Jon Berry of Insight Trails talks with George about the spiritual dimension of client care in the following interview.
THROUGHOUT HISTORY, PEOPLE HAVE BELIEVED that to discover our true selves, we need to get free of our physical selves. Dr. George Russell is part of a growing wave of healers who, drawing on forgotten ancient wisdom and modern, scientific research, argue that body and soul are intertwined and need to be addressed together. Our bodies are repositories of our experiences. If we want to shed ourselves of memories that hold us back, we need to work on the mind and also the body, “the heavy bear who goes with me,” in the poet Delmore Schwartz’s words. Otherwise, the issues in our tissues – the knot in the back from a long-ago trauma, the stiff neck from a past job – will continue to nag at us, like a bad dream.
Like Joe Kelly, Insight Trails’ first interview (see Sept. 10 post), George Russell discovered his talent in the field he is now working early in life. But, like Kelly, he did not pursue this work until midlife. Russell graduated from Wesleyan University with a major in intellectual history and dance; earned a masters degree in movement studies from the same institution; choreographed and danced in modern dance companies in New York; and taught college-level dance courses.
He went back to school for his chiropractic degree in his 30s, graduating summa cum laude from the University of Bridgeport in 2000.
Russell’s practice, based in an airy office off Union Square in New York City, is a hybrid, combining chiropractic, bodywork, and individual counseling, with a goal of promoting not only physical healing for back problems, arthritis, carpal tunnel, and physical ailments, but spiritual growth and a more vibrant overall life. This integrative approach and his enthusiastic, engaged style make Russell a sought-after teacher and mentor. He is an instructor at the Swedish Institute in New York City and the Kripalu yoga center in Lennox, Mass., and is a visiting lecturer at Wesleyan. He is also a guest choreographer and dance master at the De Facto Dance Company in New York City.
I talked with Russell about how he defines spirituality in his work; his approach to his practice; making a career change in midlife; and how he draws on his varied life experiences in his work.
QUESTION: What have you learned about people’s relationships with their bodies since you started doing this work?
GEORGE RUSSELL: I think people are unaware of how much consciousness is physical and embedded in the body. There’s an archeological quality to our bodies. Events are inscribed in our musculature, our posture, and facial expressions. It’s like the rings of a tree. Our body reveals our history. A wince can tell you that a person has a stressful job. Worriers often have a line between their eyes.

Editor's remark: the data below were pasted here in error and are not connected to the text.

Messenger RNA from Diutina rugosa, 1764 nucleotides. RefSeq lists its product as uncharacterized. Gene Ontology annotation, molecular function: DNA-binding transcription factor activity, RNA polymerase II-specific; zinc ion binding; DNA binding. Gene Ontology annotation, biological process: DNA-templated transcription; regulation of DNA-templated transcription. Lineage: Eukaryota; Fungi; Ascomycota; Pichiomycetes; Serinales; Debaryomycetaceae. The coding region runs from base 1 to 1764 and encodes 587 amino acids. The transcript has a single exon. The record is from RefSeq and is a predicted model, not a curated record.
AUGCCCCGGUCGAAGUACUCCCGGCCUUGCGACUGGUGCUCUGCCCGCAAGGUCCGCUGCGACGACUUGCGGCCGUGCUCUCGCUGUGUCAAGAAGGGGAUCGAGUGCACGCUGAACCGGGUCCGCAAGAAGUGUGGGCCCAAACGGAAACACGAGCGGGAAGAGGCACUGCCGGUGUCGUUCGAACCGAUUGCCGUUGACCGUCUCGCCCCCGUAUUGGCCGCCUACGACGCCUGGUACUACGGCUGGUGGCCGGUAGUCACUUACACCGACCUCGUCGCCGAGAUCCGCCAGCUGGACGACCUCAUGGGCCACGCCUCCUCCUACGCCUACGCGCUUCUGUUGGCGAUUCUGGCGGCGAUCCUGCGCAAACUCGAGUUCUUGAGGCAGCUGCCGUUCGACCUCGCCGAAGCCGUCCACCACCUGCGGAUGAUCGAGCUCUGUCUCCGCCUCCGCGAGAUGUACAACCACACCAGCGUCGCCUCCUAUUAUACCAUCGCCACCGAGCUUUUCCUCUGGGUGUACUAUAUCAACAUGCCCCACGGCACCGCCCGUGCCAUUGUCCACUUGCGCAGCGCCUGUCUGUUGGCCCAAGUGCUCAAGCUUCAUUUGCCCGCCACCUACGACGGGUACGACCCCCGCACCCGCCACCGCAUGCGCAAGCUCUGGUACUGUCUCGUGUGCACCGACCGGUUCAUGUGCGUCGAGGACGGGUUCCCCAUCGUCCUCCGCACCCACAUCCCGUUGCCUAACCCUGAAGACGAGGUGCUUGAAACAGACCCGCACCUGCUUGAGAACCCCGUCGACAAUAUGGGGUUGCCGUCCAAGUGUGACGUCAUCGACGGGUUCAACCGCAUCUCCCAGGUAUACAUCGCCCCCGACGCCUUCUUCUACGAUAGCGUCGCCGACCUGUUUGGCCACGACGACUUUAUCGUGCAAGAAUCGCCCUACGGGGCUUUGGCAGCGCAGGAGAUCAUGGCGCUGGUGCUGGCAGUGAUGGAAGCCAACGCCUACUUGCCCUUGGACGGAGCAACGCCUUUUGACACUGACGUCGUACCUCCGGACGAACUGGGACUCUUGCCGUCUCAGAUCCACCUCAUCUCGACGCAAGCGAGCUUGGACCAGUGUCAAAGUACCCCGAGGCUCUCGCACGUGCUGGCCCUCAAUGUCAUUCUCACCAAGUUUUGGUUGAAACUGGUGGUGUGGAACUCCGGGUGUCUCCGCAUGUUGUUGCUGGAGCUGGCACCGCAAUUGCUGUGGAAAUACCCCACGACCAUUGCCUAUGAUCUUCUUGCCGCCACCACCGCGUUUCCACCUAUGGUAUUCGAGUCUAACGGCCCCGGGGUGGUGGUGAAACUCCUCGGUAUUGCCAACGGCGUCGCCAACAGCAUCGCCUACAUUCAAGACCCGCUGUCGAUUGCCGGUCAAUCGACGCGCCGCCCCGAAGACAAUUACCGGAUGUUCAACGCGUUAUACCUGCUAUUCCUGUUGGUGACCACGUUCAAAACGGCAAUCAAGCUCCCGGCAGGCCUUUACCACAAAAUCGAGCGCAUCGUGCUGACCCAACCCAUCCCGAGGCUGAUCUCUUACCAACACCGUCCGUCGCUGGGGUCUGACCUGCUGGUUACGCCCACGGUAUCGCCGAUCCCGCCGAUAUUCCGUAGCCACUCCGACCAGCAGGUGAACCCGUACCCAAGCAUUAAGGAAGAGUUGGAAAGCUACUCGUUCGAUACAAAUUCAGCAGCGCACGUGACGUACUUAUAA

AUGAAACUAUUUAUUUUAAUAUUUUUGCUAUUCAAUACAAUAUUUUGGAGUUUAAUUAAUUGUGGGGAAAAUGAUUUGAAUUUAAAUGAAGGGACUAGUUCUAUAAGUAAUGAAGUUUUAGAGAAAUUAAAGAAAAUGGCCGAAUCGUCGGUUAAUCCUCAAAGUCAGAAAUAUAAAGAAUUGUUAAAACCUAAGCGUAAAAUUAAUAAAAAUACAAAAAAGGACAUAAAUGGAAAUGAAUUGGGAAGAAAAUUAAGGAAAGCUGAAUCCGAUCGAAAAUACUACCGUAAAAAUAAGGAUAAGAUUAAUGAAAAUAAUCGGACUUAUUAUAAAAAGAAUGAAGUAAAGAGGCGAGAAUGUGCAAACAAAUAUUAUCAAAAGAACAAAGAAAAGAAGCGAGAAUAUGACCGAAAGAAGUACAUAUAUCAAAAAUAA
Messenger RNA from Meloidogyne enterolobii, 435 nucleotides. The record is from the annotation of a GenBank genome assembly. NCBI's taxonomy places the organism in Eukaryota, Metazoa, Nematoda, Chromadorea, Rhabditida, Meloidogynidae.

“There’s an archeological quality to our bodies. Events are inscribed in our musculature, our posture, and facial expressions. It’s like the rings of a tree.”
And we experience it ourselves. Deeper truths are often accompanied by events in the body, like a gut feeling, a sigh, relaxed breathing, an expansion in the tissue, or sweating, breathing fast, or getting a feeling that something’s wrong or that someone’s not telling the truth.
I think we know all this intuitively. We all pick up information from each others’ body language. But our culture teaches us to not pay attention to this information. The body is presumed to be this unintelligent part of ourselves. It’s not given relevance.
Yet consciousness, intellect, spirit, are all completely present in the body.
Q: How do you see your work as spiritual?
A: I always enter therapeutic relationships with the presumption that the person is always there for a spiritual as well as a physical reason. The spiritual is being expressed through the body. There’s always some deeper energetic equivalent to the physical pain.
“I always enter therapeutic relationships with the presumption that the person is always there for a spiritual as well as a physical reason.”
What I try to do is ferret it out and bring it to expression. Partly that’s to make people aware – to focus on the physical sensation inside them. But it’s also to encourage them to engage in behaviors that will shake unhealthy patterns out of their body, so that new, healthier patterns can emerge.